“Robert Aquinas McNally lays out not only John Muir’s public love affair with the wild spaces that became national parks but also his deep-seated disdain for the American Indians whose homelands those parks expropriated. A page-turning, eye-opening read that delves unflinchingly into the dark side of preservation politics, then turns toward a future where wild spaces work their natural magic for all—not just some—Americans, including the tribes.”—Susan Devan Harness (Confederated Salish and Kootenai Tribes), author of the award-winning Bitterroot: A Salish Memoir of Transracial Adoption

“Robert Aquinas McNally brings John Muir and his world to life, warts and all, with an eye for gripping historical details. An urgent story for our troubled times, this is narrative nonfiction at its best!”—Boyd Cothran, author of The Edwin Fox: How an Ordinary Sailing Ship Connected the World in the Age of Globalization, 1850–1914

“A thought-provoking masterpiece. Following the life and achievements of John Muir, ‘Father of the National Parks,’ McNally masterfully shows how one of America’s greatest achievements—the preservation of our wildest places—is indelibly tied to one of our most abject failures—the treatment of the Native Americans who lived there.”—Matthew Kerns, Spur and Western Heritage Award–winning author of Texas Jack: America’s First Cowboy Star

“Robert McNally has added to John Muir’s legacy in a way that will hook both conservationists and those with little interest in wilderness. At a time when the natural world has once again become the protagonist of our story, McNally breaks down the complicated and conflicted relationship with nature to show how our long-standing attitudes toward wild spaces grew from the limited perspective of an elite few. This is the story not of a single man but of a time, place, and culture that created a public figure who has hugely influenced how we interact today with the natural world—for good and ill.”—Katya Cengel, author of From Chernobyl with Love

“Robert Aquinas McNally throws back the curtain on John Muir and our deeply held beliefs about how the American wilderness came to be. A dogged researcher, McNally offers sometimes unsettling facts but steeps such accounts in a deep reverence for storytelling. As hard-hitting as it is lyrical, the profound truth at the heart of this book invites all of us to rethink what we’ve been told about Indigenous peoples.”—Melissa Fraterrigo, author of Glory Days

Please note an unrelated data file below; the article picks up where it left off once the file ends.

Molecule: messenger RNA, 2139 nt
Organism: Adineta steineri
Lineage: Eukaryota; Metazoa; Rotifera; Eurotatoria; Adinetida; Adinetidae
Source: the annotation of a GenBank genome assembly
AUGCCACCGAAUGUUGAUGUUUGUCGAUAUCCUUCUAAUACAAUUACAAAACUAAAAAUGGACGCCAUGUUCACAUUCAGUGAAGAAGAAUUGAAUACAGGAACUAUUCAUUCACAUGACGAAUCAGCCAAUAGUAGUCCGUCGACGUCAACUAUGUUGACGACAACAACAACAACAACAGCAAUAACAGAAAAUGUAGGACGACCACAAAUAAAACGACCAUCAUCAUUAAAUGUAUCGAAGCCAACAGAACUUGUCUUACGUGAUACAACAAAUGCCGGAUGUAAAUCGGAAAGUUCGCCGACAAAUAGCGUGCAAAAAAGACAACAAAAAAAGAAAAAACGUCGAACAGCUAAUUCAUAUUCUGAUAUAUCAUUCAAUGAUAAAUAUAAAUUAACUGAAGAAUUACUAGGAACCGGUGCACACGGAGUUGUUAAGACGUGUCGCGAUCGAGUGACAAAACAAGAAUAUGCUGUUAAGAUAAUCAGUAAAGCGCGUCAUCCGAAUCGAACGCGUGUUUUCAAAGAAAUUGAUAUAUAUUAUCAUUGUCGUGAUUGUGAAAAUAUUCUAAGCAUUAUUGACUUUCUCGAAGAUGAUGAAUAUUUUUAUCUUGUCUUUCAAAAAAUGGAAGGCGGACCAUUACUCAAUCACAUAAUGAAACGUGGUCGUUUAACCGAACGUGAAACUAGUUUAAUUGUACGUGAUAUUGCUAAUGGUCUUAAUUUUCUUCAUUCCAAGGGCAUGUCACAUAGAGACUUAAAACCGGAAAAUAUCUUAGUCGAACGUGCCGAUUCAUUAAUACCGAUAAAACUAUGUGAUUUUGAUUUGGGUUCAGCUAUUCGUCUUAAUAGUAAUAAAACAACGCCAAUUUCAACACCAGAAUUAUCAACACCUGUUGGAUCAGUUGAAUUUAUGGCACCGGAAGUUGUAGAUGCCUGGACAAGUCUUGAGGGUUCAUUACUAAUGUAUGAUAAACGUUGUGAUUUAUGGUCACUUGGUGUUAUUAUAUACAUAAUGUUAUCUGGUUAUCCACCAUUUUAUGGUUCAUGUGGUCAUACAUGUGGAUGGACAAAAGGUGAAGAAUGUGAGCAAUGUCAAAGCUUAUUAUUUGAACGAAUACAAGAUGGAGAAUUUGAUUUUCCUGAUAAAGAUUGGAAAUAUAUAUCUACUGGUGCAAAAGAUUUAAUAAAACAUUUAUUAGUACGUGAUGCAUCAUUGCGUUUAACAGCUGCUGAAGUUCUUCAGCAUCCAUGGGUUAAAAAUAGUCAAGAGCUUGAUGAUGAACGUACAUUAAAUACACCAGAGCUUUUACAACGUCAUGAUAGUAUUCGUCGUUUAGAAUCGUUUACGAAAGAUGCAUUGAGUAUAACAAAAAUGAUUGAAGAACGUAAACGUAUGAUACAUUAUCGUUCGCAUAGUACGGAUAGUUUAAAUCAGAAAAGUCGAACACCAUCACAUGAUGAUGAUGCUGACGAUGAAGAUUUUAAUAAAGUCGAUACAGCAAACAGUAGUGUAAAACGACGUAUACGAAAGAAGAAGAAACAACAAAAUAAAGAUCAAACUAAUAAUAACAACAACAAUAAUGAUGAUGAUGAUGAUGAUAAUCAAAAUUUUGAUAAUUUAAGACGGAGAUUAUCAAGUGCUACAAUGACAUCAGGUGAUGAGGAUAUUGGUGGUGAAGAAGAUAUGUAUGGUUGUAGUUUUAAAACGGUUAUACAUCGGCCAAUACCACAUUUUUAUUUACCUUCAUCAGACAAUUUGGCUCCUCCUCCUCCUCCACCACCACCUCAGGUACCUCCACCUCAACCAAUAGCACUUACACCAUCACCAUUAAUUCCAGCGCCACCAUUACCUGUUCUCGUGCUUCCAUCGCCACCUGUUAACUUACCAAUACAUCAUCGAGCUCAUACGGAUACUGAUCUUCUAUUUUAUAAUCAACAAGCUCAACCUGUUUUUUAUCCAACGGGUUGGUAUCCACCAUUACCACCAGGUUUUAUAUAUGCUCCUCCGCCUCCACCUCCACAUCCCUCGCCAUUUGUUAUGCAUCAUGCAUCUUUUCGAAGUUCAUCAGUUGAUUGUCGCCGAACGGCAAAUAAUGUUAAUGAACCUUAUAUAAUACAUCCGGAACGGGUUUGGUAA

“The unique value of this groundbreaking study is its unflinching demonstration that John Muir’s racial views were not peripheral—they were central to his whole conception of wilderness. Native Americans had ‘no right place in the landscape,’ Muir believed, if wilderness was to achieve its higher purpose as a space for white supplanters to contemplate its spiritual essence. Cast Out of Eden is a seminal work, written with remarkable sensitivity and compassion.”—James J. Rawls, author of Indians of California: The Changing Image

Table of Contents

List of Illustrations
Acknowledgments
Prologue: The View from Sheepy Ridge, One
Part 1. A Voice Crying for Wilderness
1. From Old World to New
2. A Widening World Darkens
3. The Ungodliness of Dirt
Part 2. East of Eden
4. Yosemite’s Genocidal Backstory
5. Return to the Garden
6. Well Done for Wildness! 
7. Missionary to the Tlingits
8. One Savage Living on Another
9. The Grapes of Wealth
Part 3. One Last Time
10. Wilderness Influencer
11. On Top of the World
12. River Out of Eden
13. Leave Only Footprints, Take Only Pictures
14. Bettering America’s Best Idea
Epilogue: The View from Sheepy Ridge, Two
Notes
Bibliography
Index

 

Also of Interest